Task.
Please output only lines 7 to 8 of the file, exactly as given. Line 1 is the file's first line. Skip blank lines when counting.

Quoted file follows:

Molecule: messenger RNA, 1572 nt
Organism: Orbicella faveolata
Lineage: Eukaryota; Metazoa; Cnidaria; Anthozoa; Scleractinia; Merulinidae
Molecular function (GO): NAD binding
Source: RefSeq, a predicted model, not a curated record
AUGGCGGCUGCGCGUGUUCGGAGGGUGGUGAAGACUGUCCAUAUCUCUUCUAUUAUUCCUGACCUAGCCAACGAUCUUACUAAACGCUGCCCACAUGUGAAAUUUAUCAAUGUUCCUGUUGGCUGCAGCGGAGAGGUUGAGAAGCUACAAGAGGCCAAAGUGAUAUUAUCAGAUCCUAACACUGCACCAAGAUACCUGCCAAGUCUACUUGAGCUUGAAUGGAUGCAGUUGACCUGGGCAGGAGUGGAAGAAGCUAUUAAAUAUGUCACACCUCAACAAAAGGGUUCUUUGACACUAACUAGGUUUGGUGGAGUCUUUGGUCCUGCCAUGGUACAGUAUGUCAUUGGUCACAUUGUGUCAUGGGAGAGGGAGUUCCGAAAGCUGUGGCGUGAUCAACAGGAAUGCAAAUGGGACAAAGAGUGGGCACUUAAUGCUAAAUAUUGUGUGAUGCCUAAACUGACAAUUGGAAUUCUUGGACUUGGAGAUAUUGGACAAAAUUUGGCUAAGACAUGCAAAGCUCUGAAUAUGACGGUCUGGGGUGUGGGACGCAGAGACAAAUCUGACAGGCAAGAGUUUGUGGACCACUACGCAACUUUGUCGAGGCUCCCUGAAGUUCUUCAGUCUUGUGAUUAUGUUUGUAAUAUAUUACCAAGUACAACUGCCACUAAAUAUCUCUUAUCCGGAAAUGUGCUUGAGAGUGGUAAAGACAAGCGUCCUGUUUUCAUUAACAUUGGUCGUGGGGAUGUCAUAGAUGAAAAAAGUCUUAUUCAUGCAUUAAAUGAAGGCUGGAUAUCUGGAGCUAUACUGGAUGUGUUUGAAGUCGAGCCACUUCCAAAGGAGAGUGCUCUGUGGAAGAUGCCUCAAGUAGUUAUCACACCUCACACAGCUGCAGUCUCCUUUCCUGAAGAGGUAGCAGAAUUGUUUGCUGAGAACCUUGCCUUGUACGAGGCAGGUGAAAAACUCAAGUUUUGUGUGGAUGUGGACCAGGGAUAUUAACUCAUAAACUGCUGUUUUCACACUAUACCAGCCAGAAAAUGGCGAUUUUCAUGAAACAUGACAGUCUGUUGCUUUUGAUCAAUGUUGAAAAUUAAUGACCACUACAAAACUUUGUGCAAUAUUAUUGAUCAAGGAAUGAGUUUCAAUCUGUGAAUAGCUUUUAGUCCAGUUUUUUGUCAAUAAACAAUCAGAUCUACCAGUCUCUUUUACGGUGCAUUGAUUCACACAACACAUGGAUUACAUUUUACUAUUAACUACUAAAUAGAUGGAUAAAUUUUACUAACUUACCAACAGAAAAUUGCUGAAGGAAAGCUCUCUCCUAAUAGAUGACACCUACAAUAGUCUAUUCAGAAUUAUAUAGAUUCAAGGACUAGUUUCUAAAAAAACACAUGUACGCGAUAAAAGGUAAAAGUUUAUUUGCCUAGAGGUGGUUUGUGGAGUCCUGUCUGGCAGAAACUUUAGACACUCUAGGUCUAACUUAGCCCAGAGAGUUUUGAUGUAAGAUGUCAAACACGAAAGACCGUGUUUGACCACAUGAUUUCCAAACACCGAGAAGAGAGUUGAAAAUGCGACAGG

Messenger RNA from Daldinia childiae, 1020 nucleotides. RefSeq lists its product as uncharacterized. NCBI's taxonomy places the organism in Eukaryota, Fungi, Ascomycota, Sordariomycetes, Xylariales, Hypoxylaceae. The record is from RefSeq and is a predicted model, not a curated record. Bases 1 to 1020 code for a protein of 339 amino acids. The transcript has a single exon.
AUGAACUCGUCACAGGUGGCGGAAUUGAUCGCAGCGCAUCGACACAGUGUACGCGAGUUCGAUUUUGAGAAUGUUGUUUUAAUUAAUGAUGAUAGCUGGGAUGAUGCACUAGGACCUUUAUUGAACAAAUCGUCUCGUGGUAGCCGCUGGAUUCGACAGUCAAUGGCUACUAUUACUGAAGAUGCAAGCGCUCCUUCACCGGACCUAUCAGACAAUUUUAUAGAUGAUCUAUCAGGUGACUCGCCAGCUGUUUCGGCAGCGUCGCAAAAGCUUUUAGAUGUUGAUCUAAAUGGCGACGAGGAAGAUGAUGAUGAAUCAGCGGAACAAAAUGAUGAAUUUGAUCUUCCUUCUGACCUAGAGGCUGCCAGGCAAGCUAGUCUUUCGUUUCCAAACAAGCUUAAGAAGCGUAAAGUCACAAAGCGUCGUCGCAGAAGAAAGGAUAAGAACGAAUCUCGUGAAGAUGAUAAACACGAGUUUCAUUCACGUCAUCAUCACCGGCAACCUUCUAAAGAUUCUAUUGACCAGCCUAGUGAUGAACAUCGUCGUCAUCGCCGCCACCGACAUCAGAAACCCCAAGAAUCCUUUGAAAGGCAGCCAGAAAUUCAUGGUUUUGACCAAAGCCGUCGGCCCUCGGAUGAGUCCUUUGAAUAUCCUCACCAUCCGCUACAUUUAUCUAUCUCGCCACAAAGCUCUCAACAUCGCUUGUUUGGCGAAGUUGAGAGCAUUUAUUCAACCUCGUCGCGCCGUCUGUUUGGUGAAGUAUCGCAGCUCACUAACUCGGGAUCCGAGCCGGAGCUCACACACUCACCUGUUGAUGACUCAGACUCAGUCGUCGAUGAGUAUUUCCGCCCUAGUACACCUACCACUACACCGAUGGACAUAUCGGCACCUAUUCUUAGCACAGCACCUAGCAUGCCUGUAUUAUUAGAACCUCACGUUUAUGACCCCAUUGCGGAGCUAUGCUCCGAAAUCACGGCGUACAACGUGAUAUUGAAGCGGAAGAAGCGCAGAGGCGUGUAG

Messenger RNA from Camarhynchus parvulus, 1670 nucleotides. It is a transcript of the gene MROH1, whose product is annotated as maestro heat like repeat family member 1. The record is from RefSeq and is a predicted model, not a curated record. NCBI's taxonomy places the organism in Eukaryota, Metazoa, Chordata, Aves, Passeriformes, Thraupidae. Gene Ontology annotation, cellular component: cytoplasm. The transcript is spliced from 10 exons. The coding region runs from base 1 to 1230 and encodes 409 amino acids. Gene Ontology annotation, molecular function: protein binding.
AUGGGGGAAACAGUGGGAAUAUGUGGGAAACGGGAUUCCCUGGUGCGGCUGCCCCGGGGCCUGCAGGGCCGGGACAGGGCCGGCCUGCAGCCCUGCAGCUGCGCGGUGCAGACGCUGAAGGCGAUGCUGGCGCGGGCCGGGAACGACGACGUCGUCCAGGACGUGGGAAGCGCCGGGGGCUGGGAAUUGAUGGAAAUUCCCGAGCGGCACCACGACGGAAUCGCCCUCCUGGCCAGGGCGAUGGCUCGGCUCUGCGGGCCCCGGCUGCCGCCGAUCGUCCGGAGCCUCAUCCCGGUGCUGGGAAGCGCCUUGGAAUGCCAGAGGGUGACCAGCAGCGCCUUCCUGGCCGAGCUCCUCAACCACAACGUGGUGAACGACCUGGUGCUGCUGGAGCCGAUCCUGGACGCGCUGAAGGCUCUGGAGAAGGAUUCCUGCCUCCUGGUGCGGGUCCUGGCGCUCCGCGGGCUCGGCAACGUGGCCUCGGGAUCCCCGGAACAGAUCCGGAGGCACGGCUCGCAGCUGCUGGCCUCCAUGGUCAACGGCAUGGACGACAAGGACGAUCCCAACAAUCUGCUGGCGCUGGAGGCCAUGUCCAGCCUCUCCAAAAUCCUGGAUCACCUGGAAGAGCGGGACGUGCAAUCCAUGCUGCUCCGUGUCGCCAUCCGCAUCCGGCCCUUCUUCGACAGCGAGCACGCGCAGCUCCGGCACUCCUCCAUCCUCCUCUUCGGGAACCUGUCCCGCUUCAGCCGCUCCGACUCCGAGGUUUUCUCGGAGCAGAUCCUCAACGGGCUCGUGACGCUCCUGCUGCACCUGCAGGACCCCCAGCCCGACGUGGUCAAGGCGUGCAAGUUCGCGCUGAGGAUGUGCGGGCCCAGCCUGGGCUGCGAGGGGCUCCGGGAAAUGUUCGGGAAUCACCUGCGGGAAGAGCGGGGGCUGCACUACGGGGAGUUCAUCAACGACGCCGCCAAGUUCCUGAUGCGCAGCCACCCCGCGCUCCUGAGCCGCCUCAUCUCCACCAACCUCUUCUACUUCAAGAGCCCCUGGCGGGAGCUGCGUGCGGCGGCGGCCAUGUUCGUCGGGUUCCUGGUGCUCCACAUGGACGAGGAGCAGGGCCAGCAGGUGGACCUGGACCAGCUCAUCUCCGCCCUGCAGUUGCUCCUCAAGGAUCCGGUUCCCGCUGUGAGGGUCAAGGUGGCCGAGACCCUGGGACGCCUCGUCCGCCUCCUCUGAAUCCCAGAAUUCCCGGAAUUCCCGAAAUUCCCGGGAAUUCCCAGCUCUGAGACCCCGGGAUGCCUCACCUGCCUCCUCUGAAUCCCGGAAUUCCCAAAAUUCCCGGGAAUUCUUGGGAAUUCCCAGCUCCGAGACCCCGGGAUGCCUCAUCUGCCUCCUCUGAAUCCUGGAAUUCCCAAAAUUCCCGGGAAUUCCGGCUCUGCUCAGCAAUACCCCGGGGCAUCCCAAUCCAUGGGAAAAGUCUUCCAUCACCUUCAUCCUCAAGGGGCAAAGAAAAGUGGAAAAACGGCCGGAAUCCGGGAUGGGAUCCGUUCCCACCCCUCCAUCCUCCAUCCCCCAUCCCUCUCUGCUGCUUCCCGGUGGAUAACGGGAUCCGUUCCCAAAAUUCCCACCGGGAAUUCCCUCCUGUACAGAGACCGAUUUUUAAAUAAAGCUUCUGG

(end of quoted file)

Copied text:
Messenger RNA from Daldinia childiae, 1020 nucleotides. RefSeq lists its product as uncharacterized. NCBI's taxonomy places the organism in Eukaryota, Fungi, Ascomycota, Sordariomycetes, Xylariales, Hypoxylaceae. The record is from RefSeq and is a predicted model, not a curated record. Bases 1 to 1020 code for a protein of 339 amino acids. The transcript has a single exon.
AUGAACUCGUCACAGGUGGCGGAAUUGAUCGCAGCGCAUCGACACAGUGUACGCGAGUUCGAUUUUGAGAAUGUUGUUUUAAUUAAUGAUGAUAGCUGGGAUGAUGCACUAGGACCUUUAUUGAACAAAUCGUCUCGUGGUAGCCGCUGGAUUCGACAGUCAAUGGCUACUAUUACUGAAGAUGCAAGCGCUCCUUCACCGGACCUAUCAGACAAUUUUAUAGAUGAUCUAUCAGGUGACUCGCCAGCUGUUUCGGCAGCGUCGCAAAAGCUUUUAGAUGUUGAUCUAAAUGGCGACGAGGAAGAUGAUGAUGAAUCAGCGGAACAAAAUGAUGAAUUUGAUCUUCCUUCUGACCUAGAGGCUGCCAGGCAAGCUAGUCUUUCGUUUCCAAACAAGCUUAAGAAGCGUAAAGUCACAAAGCGUCGUCGCAGAAGAAAGGAUAAGAACGAAUCUCGUGAAGAUGAUAAACACGAGUUUCAUUCACGUCAUCAUCACCGGCAACCUUCUAAAGAUUCUAUUGACCAGCCUAGUGAUGAACAUCGUCGUCAUCGCCGCCACCGACAUCAGAAACCCCAAGAAUCCUUUGAAAGGCAGCCAGAAAUUCAUGGUUUUGACCAAAGCCGUCGGCCCUCGGAUGAGUCCUUUGAAUAUCCUCACCAUCCGCUACAUUUAUCUAUCUCGCCACAAAGCUCUCAACAUCGCUUGUUUGGCGAAGUUGAGAGCAUUUAUUCAACCUCGUCGCGCCGUCUGUUUGGUGAAGUAUCGCAGCUCACUAACUCGGGAUCCGAGCCGGAGCUCACACACUCACCUGUUGAUGACUCAGACUCAGUCGUCGAUGAGUAUUUCCGCCCUAGUACACCUACCACUACACCGAUGGACAUAUCGGCACCUAUUCUUAGCACAGCACCUAGCAUGCCUGUAUUAUUAGAACCUCACGUUUAUGACCCCAUUGCGGAGCUAUGCUCCGAAAUCACGGCGUACAACGUGAUAUUGAAGCGGAAGAAGCGCAGAGGCGUGUAG